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The road not taken: How the migrant crisis in Europe could have been ameliorated

Malcolm Potts, professor of population and family planning | August 15, 2015

I was visiting my family in Kent in southeast England. I rounded a bend and there was a queue of cars and trucks. Obviously an accident. I bumped over the median, read my map, and found another route. Another vehicle queue as far as I could see.

Another accident? No. This was a tiny part of the traffic held up by desperate migrants fighting to get through the Channel Tunnel. My five-hour trip that should have taken 90 minutes was a miniscule discomfort compared to the years of misery that make 3,000 migrants waiting in Calais risk their lives clinging to trucks on trains traversing the Tunnel.

The suffering of the migrants, along with a fear that humanitarian services will be overwhelmed, consumes the British media and gets frequent coverage in the US press. Yet by mid-century, today’s flow of migrants will seem a trickle compared to the tsunami of involuntary migrants who will be forced by global warming and rapid population growth to move elsewhere.

My focus in the School of Public Health is on the Sahel – the semi-arid zone below the Sahara, stretching from the Atlantic to the Red Sea. In 1950, 30 million people lived in this region. Today, it is 125 million. The U.N. medium population projection for 2050 is 321 million and still exploding. In addition, climatologists predict that by 2050 climate change in the Sahel – already a hot region – will wither the crops and kill the cattle.

A question

I want to ask, why the billions of overseas aid given in the past 50 years to the world’s poorest counties (including those in the Sahel) has done so little to relieve the abject poverty and lack of job opportunities that drives young men to risk their lives to find employment.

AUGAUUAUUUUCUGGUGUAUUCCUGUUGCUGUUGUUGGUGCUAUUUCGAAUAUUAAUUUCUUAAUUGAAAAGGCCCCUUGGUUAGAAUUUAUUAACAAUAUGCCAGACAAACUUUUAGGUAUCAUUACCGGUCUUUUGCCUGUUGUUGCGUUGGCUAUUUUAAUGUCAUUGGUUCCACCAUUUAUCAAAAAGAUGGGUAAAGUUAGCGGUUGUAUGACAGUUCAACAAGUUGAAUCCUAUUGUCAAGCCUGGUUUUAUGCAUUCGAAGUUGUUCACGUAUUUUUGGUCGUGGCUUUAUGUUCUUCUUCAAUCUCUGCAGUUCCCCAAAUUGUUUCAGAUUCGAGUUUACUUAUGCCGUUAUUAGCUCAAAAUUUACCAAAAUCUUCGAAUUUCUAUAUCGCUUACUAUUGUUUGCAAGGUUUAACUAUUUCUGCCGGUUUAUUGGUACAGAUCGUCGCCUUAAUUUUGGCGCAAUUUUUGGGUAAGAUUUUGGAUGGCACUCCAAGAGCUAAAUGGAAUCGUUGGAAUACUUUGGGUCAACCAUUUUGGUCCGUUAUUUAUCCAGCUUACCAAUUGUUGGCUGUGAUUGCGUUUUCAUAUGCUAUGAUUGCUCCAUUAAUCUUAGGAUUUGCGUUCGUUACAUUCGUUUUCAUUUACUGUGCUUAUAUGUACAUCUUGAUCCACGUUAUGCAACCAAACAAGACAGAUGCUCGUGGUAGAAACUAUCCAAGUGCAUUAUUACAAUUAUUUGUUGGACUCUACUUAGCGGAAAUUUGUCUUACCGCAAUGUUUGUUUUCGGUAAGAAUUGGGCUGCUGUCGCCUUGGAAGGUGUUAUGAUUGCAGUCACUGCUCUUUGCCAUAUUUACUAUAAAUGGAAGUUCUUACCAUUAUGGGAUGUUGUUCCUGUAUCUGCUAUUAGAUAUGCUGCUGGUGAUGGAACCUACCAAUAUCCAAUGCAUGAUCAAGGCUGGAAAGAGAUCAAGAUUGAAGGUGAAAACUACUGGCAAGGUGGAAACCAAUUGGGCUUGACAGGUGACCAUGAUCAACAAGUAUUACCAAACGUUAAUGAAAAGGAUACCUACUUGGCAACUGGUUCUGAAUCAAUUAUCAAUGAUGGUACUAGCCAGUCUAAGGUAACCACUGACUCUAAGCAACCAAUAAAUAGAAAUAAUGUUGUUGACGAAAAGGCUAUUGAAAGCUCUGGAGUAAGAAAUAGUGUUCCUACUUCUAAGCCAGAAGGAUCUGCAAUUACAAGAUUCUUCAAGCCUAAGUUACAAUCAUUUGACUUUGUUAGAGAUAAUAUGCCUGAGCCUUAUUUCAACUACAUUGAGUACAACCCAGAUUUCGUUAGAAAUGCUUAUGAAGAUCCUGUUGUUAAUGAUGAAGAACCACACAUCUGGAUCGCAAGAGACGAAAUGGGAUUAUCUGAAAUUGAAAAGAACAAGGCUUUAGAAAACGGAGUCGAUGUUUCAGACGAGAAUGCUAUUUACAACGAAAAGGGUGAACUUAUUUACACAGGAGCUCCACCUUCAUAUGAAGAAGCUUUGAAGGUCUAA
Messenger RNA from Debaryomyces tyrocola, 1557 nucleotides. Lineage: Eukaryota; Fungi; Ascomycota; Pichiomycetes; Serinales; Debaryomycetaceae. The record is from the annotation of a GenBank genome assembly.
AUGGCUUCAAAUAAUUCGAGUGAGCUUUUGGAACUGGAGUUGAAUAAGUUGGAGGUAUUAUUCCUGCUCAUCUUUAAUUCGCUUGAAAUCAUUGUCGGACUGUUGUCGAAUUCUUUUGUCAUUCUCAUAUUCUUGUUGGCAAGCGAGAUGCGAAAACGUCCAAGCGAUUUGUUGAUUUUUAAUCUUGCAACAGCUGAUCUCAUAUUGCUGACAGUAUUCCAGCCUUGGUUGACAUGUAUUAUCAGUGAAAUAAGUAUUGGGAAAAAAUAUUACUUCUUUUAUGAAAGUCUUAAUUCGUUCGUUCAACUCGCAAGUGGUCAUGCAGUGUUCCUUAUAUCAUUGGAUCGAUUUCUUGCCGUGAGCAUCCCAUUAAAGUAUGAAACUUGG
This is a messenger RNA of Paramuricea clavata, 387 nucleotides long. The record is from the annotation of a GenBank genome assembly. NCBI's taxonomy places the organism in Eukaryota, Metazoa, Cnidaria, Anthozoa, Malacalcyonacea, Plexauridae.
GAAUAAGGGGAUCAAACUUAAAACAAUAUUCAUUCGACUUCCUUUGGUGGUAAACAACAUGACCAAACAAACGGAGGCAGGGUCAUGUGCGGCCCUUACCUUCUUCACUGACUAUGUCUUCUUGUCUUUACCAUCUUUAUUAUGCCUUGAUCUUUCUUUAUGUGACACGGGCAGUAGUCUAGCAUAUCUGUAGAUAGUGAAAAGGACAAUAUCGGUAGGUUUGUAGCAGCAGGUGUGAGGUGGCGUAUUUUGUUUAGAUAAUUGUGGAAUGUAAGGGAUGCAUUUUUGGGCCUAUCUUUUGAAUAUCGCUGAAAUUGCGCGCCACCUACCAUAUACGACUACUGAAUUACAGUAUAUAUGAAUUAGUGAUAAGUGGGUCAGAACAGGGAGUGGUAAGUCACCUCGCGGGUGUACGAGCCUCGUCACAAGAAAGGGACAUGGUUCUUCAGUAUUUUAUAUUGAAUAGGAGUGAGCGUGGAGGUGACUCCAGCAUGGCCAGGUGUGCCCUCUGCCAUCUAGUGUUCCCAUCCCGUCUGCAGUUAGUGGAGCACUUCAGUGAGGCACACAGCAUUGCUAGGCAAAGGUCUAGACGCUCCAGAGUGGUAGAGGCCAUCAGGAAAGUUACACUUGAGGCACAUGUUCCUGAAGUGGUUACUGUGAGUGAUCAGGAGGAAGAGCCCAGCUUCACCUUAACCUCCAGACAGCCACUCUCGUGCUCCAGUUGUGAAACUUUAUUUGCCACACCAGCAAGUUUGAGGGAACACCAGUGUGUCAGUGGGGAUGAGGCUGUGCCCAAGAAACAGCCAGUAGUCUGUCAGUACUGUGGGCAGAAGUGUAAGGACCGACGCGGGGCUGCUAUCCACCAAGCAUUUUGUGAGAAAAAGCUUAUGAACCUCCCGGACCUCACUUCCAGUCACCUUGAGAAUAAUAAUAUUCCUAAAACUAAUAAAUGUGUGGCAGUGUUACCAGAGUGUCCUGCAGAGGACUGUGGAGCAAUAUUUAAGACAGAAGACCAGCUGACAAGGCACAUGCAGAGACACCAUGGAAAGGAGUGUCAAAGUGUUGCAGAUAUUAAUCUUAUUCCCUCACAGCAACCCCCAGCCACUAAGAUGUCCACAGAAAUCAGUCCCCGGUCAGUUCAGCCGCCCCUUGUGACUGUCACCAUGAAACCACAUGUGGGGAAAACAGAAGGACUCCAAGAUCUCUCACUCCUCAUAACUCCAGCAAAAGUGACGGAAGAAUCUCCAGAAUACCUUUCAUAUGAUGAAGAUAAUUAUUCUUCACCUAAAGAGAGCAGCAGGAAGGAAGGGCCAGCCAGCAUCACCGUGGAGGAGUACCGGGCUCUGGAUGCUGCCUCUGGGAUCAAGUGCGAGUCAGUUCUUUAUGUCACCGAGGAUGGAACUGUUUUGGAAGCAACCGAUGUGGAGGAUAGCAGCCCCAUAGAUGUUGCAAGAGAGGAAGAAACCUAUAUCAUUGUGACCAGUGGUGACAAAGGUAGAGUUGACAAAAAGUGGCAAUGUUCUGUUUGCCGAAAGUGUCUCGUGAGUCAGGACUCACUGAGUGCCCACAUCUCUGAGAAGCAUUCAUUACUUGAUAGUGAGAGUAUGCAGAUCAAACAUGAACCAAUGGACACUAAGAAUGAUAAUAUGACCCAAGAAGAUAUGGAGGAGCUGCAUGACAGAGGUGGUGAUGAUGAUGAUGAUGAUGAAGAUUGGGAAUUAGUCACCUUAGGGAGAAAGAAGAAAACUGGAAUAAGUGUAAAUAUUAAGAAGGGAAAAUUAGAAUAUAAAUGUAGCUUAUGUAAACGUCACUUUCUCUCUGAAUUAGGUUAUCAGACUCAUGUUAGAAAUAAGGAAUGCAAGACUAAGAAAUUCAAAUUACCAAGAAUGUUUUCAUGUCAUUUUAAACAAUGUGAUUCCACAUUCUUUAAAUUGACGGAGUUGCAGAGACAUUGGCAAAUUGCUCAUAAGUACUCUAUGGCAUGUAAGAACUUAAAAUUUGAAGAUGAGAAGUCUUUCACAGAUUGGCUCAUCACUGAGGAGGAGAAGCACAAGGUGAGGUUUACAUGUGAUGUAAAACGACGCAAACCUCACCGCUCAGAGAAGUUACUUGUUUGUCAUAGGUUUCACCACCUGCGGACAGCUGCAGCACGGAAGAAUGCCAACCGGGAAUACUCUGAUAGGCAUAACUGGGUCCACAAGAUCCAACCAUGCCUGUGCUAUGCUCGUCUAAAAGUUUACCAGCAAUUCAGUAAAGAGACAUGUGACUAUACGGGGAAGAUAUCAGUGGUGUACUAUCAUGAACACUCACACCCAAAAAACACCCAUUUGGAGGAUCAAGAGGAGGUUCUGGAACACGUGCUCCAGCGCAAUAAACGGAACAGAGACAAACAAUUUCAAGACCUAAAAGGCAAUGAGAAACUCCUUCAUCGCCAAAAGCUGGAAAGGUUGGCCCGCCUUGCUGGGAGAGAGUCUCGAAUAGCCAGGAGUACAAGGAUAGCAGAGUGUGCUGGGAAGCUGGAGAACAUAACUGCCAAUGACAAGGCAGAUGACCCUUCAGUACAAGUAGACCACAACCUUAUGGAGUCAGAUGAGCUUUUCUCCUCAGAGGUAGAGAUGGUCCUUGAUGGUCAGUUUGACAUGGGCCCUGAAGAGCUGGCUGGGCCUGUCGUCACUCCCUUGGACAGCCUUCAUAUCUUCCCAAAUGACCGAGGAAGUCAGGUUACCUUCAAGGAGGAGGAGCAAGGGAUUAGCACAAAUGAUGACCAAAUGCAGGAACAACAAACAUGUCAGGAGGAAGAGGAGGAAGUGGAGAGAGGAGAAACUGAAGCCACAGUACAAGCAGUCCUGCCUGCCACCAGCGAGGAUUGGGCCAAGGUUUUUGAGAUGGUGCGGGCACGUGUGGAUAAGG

I see the neglect of family planning, along with a stubborn unwillingness to accept the impact of rapid population growth, as perhaps the greatest policy folly of the development community of the past 50 years. Obviously, this is only one factor among several contributing to the lack of progress in the least developed countries, but failure to invest in family planning prevents other aspects of socio-economic development from taking off. Conversely, family planning offers women the autonomy that is their birthright. It helps create a more prosperous and peaceful world. It reduces maternal and infant deaths. Children from small families are more likely to enter and to stay in school.

The default position for a normal heterosexual relationships is a large family. Whether rich or poor, educated or uneducated, most women will have many children unless they are given the means and information to separate frequent sex from childbearing.

I like to quote the example of Queen Victoria. She was the richest woman in the world and well educated. She was 4’11” and childbirth was dangerous  and painful. She thought breastfeeding was ‘disgusting’ and she never wanted many children. But she had nine babies in 21 years of a normal loving marriage – for exactly the same reason an average woman in Niger today has 7.6 children – lack of access to the information and means to separate a normal frequency of sexual intercourse from childbearing.

As the first Medical Director of the International Planned Parenthood Federation (IPPF) in the 1970s, I witnessed the launch of many voluntary family planning programs. In South Korea population growth had been more rapid than growth in income per capita. The Ministry of Finance poured money into the Ministry of Health to subsidize family planning. Voluntary family planning was a stunning success, turning a poor country into an Asian economic Tiger. Today, Korean women have an average of 1.8 children and the per-capita income is higher than it was in the UK only a few decades ago. There are no unemployed Korean men risking their lives to cross the Sea of Japan in rickety boats to seek better jobs in Tokyo.

Although nearly all heterosexual couples use contraception many  people prefer to avoid talking about such an earthy subject.   At a family planning conference in Bucharest in 1974, Mr. Karan Singh, leader of the Indian delegation, made lot of friends by coining the aphorism, ‘Development is the best contraceptive.’

The best contraceptive? The best development?

Many policy makers continue to cling to the flawed paradigm that development is the best contraceptive.